were not specifically designed for military use and were not employed in a military capacity”. Assault Rifles, properly understood as being those used by militaries, differ from all of these other now banned assault weapons in one significant factor – they are capable of automatic fire. This conflagration is a common ploy used by gun control centralizing advocates, but the technical reality is that your common civilian AR-15 is incapable of automatic fire and therefore is not “like” an M-16 rifle that a Soldier or Marine would carry into battle except for (again) aesthetic qualities like the stock, mounting rack, and grips for ease of use.
This leads well into the next area of misinformation peddled by the 4th circuit as justification for their upholding of the ban, the highly specious claim that these semi-automatic weapons “can be fired at rates of 300 to 500 rounds per minute, making them virtually indistinguishable in practical effect from machineguns.”. If one does the quick math for the lowest number given (300 rpm ÷ 60 sec = 5 rps) we see that in order to achieve this rate of fire one must pull the trigger five times every second continuously for a minute – not including reload time. Incidentally, one of the fastest competition shooters in the world is capable of achieving this number in a controlled environment, and frankly it’s rather impressive to watch. However, considering that most people are not professional shooters, and that the shooter would have to reload multiple timesin order to achieve that amount, and the associated cost of 600 rounds of ammunition – it seems foolish to consider this compelling enough to consider semiautomatic weapons the equivalent to those used in warfare. According to Jon Davis, a Marine weapons instructor, a more realistic amount “would be somewhere between 45 to 150 rounds a minute. Actually 150 rounds might be for good shooters. I might not be surprised to see someone fire 180 rounds with a normal AR-15 and a lot of training.” That number halves whatever statistic the Judge used to serve his point on the high end, and with a little logic and a deference to expertise, it is seems far more likely that the vast majority of shooters – whether criminal or law-abiding – would not be able to achieve the exorbitant numbers cited as proof for these weapons being like those used by the military.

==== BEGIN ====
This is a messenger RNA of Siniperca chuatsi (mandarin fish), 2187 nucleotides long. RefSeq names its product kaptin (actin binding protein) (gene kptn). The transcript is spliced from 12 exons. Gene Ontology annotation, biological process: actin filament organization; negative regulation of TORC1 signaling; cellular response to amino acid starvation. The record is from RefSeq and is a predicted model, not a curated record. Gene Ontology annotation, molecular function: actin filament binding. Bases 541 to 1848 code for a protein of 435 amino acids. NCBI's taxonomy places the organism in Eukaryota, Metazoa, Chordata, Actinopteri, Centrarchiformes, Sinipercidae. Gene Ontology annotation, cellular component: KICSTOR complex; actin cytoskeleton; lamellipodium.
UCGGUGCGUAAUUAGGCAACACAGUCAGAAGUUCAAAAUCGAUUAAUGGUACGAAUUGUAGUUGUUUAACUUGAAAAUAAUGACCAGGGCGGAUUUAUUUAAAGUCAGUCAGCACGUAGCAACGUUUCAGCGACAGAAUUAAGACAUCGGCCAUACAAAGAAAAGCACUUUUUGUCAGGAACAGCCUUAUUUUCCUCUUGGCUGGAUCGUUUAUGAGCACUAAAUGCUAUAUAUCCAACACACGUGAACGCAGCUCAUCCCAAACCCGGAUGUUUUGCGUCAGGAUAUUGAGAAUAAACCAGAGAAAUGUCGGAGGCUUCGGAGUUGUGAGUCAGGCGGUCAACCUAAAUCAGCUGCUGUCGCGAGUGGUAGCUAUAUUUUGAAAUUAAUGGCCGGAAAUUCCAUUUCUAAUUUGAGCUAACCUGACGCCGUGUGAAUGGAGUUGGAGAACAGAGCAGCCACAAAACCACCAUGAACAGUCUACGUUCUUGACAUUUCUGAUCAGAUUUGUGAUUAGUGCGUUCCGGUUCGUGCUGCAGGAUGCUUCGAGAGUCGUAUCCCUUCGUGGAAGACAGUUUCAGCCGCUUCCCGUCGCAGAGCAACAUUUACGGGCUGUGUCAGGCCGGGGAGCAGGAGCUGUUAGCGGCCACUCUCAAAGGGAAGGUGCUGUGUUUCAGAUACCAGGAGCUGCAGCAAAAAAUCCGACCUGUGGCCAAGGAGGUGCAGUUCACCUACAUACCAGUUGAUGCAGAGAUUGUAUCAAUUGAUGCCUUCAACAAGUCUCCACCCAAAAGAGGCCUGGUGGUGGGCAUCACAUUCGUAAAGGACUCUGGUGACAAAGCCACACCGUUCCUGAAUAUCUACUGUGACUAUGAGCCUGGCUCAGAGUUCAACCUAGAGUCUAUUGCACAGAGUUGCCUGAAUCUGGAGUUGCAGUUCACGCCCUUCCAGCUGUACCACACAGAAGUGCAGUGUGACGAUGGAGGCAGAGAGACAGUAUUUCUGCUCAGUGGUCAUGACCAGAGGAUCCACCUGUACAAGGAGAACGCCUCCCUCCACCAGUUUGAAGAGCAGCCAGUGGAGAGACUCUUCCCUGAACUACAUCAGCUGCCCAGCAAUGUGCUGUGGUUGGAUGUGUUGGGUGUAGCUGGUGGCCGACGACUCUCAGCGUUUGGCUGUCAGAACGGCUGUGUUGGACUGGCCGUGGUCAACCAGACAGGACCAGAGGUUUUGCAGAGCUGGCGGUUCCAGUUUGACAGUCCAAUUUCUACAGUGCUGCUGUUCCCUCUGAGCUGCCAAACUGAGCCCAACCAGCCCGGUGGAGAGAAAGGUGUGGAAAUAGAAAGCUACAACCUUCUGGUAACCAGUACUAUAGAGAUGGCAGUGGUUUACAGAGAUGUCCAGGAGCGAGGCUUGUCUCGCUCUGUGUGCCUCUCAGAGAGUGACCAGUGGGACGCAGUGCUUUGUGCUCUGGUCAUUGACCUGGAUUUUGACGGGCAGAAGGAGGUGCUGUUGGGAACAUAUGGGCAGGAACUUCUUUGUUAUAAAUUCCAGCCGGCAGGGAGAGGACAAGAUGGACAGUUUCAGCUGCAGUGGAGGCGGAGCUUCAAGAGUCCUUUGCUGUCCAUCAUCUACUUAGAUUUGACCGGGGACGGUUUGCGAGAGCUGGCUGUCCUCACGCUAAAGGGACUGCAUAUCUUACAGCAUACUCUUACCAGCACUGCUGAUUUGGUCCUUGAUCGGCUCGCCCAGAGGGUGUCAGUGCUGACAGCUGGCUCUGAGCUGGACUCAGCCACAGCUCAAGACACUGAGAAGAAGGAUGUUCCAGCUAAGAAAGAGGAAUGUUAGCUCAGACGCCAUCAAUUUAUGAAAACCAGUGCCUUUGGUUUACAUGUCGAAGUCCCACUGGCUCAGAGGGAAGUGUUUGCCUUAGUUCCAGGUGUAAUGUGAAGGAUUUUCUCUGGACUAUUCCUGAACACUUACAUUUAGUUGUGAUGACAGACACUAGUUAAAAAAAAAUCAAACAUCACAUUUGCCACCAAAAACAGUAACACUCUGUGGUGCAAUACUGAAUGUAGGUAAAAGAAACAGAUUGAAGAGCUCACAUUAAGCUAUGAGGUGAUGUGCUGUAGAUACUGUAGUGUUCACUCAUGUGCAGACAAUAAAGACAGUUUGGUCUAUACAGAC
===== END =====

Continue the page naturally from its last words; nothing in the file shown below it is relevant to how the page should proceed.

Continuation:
This kind of rhetorical sophistry is par for the course in the debate on firearms, and whether neglectful or purposeful the skewed data and specious claims for the sake of removing from the market today’s most popular types of rifle will not stop crime, and will not stop the next dedicated shooter intent on causing harm. In my next piece on this subject (entitled Aesthetics, Individualism and the gun debate) I will be delving more deeply into the philosophical reason why a right to bear arms exists in the US constitution, why it should exist in any free society, why so many authoritarians disagree with that assertion, and why authoritarians are so obsessed with the aesthetic of a given problem, not real solutions.